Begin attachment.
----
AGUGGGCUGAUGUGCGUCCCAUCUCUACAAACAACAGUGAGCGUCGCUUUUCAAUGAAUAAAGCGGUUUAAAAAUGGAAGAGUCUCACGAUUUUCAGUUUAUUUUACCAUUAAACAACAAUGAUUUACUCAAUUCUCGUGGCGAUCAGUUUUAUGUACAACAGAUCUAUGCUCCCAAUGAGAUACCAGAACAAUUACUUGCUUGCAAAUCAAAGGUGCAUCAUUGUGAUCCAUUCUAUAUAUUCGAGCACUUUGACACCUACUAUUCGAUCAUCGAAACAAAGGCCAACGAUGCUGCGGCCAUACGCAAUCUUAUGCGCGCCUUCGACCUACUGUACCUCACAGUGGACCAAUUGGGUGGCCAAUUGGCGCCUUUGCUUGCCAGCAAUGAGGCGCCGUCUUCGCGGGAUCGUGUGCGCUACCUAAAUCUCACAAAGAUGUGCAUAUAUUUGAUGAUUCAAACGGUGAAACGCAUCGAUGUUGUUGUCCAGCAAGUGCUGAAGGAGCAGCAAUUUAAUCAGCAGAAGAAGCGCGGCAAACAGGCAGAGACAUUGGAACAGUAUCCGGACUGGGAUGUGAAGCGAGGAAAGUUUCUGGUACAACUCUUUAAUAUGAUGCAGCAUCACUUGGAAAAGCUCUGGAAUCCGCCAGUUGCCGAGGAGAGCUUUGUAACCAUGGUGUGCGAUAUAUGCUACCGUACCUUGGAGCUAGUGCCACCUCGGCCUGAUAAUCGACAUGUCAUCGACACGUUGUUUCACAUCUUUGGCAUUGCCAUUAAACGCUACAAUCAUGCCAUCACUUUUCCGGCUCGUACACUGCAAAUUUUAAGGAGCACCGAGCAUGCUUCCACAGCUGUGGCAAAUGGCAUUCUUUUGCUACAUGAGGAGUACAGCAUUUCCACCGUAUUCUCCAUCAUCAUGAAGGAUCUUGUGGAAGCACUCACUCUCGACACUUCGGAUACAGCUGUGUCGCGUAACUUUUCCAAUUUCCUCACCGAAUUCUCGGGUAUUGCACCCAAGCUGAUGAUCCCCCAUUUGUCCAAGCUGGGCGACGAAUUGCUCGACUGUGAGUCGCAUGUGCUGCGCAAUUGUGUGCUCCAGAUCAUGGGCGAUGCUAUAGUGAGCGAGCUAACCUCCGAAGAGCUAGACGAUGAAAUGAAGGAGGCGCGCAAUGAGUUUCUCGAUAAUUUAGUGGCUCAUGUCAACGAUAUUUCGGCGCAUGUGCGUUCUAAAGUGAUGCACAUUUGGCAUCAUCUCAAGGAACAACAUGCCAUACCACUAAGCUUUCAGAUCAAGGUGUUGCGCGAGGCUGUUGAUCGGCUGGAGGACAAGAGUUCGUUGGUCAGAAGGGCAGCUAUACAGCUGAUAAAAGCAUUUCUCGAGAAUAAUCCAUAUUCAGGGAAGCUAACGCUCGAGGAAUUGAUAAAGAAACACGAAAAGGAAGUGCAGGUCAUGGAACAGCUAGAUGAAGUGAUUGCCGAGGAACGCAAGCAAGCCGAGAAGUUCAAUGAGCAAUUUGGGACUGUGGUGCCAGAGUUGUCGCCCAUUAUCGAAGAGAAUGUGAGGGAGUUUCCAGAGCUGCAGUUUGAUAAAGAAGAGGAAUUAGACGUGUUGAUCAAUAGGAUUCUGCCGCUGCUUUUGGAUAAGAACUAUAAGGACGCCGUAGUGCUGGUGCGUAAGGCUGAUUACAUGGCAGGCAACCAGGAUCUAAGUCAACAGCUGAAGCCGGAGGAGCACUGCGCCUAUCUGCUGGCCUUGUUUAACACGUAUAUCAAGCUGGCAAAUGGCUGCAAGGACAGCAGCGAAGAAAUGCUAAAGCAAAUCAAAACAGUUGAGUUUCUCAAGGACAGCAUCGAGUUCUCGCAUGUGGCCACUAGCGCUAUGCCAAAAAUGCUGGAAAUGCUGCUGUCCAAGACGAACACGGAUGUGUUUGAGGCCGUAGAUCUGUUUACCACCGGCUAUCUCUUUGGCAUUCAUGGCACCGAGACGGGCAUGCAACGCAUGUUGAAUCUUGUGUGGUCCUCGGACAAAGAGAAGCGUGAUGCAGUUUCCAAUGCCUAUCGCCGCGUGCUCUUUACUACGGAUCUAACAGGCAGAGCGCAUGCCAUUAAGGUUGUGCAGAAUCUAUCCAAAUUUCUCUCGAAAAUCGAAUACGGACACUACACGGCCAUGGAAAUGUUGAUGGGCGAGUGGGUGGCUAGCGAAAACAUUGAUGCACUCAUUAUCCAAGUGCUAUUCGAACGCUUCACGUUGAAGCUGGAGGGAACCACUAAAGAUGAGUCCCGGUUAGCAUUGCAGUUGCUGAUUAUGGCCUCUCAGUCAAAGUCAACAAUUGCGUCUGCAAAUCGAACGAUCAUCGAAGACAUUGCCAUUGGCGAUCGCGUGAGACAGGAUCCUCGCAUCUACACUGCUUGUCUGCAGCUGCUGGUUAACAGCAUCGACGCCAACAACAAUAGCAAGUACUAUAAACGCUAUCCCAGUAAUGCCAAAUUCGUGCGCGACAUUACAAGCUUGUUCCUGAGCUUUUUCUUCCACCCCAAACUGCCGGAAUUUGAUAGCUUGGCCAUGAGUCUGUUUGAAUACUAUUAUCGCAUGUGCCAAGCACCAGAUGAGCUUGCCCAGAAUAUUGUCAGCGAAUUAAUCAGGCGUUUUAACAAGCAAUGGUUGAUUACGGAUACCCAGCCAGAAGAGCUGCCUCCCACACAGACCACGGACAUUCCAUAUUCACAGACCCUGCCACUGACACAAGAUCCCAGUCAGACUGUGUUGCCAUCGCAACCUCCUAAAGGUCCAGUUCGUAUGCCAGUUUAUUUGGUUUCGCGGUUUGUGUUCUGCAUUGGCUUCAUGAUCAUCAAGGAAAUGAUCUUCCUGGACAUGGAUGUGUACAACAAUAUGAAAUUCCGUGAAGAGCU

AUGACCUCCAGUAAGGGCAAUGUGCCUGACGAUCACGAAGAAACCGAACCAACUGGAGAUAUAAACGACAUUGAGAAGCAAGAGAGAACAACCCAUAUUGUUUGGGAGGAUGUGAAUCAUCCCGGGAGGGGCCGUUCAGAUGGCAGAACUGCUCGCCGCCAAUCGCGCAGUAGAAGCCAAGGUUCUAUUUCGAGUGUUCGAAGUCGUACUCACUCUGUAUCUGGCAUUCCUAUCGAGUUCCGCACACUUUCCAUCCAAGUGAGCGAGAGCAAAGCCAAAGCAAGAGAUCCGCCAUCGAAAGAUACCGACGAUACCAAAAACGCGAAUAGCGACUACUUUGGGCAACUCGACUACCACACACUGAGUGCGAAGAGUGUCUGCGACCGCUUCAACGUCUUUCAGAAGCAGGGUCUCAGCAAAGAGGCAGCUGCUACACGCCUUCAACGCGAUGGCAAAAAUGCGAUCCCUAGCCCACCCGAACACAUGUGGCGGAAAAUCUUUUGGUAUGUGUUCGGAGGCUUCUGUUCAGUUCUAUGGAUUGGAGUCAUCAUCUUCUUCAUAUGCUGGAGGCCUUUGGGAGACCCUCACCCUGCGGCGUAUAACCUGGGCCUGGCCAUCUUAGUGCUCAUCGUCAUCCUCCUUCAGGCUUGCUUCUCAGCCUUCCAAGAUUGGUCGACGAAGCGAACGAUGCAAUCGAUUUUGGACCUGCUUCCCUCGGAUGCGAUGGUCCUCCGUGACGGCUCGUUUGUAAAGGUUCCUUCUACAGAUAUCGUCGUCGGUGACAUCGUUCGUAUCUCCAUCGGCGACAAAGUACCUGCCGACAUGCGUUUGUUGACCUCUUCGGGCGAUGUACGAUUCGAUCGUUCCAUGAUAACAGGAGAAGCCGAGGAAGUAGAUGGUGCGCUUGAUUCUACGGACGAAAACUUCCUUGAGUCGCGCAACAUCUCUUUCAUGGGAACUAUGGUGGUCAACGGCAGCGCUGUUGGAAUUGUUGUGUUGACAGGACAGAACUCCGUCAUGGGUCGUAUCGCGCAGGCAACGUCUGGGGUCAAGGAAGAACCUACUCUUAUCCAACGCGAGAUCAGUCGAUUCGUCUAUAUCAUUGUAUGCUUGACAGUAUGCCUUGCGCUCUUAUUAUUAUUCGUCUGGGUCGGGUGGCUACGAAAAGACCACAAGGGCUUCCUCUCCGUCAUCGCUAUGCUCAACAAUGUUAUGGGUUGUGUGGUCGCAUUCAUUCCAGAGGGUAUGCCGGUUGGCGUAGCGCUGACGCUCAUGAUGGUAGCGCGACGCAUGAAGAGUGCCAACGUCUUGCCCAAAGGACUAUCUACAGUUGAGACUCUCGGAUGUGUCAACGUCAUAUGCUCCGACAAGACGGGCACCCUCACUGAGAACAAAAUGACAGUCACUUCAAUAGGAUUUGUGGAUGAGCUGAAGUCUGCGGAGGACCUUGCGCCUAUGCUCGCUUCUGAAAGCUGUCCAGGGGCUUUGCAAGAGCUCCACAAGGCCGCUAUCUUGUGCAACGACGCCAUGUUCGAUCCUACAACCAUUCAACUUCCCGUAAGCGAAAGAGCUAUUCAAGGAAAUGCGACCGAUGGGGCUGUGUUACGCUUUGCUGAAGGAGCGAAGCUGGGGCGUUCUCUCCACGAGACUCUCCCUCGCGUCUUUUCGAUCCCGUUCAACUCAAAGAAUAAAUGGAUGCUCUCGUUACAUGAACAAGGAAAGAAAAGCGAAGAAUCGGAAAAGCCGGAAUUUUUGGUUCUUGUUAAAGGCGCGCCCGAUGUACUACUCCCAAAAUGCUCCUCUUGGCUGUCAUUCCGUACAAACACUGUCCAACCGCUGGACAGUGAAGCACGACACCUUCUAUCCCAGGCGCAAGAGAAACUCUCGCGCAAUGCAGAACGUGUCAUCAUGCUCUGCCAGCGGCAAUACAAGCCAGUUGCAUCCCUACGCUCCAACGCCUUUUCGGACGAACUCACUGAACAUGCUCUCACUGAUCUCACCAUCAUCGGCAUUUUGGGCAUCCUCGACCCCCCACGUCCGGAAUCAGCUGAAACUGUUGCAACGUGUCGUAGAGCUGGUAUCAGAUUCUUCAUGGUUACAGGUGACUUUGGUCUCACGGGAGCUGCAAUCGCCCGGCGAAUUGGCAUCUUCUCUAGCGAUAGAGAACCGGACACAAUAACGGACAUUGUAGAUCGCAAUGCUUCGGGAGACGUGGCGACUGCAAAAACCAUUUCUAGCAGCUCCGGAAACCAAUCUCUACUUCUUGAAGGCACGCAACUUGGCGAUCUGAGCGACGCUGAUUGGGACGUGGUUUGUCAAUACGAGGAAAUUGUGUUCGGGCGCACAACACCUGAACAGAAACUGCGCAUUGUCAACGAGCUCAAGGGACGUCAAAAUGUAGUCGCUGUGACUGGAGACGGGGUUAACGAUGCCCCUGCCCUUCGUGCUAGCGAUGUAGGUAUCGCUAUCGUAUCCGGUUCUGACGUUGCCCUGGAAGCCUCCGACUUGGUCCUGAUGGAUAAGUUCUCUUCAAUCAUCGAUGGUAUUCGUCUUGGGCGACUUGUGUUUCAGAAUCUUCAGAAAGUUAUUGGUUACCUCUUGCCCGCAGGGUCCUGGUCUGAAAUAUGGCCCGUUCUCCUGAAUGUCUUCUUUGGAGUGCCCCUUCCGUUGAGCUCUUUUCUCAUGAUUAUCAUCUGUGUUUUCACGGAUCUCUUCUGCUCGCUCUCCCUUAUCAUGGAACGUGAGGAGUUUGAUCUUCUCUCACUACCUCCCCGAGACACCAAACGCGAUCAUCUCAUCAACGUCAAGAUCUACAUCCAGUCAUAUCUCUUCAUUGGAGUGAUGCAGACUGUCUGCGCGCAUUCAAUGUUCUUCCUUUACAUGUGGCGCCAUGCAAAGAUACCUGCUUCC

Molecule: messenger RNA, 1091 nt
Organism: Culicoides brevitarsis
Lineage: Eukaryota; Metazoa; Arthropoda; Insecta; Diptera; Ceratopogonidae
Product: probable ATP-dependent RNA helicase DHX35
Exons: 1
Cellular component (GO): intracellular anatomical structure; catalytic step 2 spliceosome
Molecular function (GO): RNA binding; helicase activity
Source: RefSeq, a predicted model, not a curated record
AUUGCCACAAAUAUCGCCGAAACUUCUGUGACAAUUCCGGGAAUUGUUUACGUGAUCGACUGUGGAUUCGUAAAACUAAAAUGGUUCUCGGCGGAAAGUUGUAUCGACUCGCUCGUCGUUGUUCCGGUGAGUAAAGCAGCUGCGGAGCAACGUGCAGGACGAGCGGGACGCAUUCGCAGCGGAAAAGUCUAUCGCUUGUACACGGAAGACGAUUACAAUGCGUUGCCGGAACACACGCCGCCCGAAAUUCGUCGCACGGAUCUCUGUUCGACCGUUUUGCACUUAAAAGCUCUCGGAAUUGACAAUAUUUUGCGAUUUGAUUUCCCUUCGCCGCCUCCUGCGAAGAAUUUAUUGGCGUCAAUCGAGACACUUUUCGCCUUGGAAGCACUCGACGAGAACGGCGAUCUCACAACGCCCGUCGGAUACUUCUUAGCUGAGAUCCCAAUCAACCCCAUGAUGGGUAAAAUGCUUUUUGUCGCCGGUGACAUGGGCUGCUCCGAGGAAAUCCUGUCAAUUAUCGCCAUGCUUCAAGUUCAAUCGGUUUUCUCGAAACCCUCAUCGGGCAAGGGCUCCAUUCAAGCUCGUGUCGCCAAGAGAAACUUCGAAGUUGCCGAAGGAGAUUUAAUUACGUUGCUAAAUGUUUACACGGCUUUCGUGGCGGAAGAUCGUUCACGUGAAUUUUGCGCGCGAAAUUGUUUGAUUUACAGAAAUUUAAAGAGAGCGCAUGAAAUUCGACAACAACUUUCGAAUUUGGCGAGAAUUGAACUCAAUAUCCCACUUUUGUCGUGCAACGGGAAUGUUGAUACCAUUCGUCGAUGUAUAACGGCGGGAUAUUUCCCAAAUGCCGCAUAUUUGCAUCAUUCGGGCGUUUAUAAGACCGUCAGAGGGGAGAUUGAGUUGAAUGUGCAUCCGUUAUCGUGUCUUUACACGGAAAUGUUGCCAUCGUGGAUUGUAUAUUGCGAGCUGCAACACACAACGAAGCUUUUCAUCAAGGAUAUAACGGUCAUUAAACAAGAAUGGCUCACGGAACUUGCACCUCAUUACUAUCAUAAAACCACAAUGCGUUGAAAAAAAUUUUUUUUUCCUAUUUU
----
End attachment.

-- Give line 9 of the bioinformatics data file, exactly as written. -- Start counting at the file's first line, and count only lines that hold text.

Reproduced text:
Molecular function (GO): RNA binding; helicase activity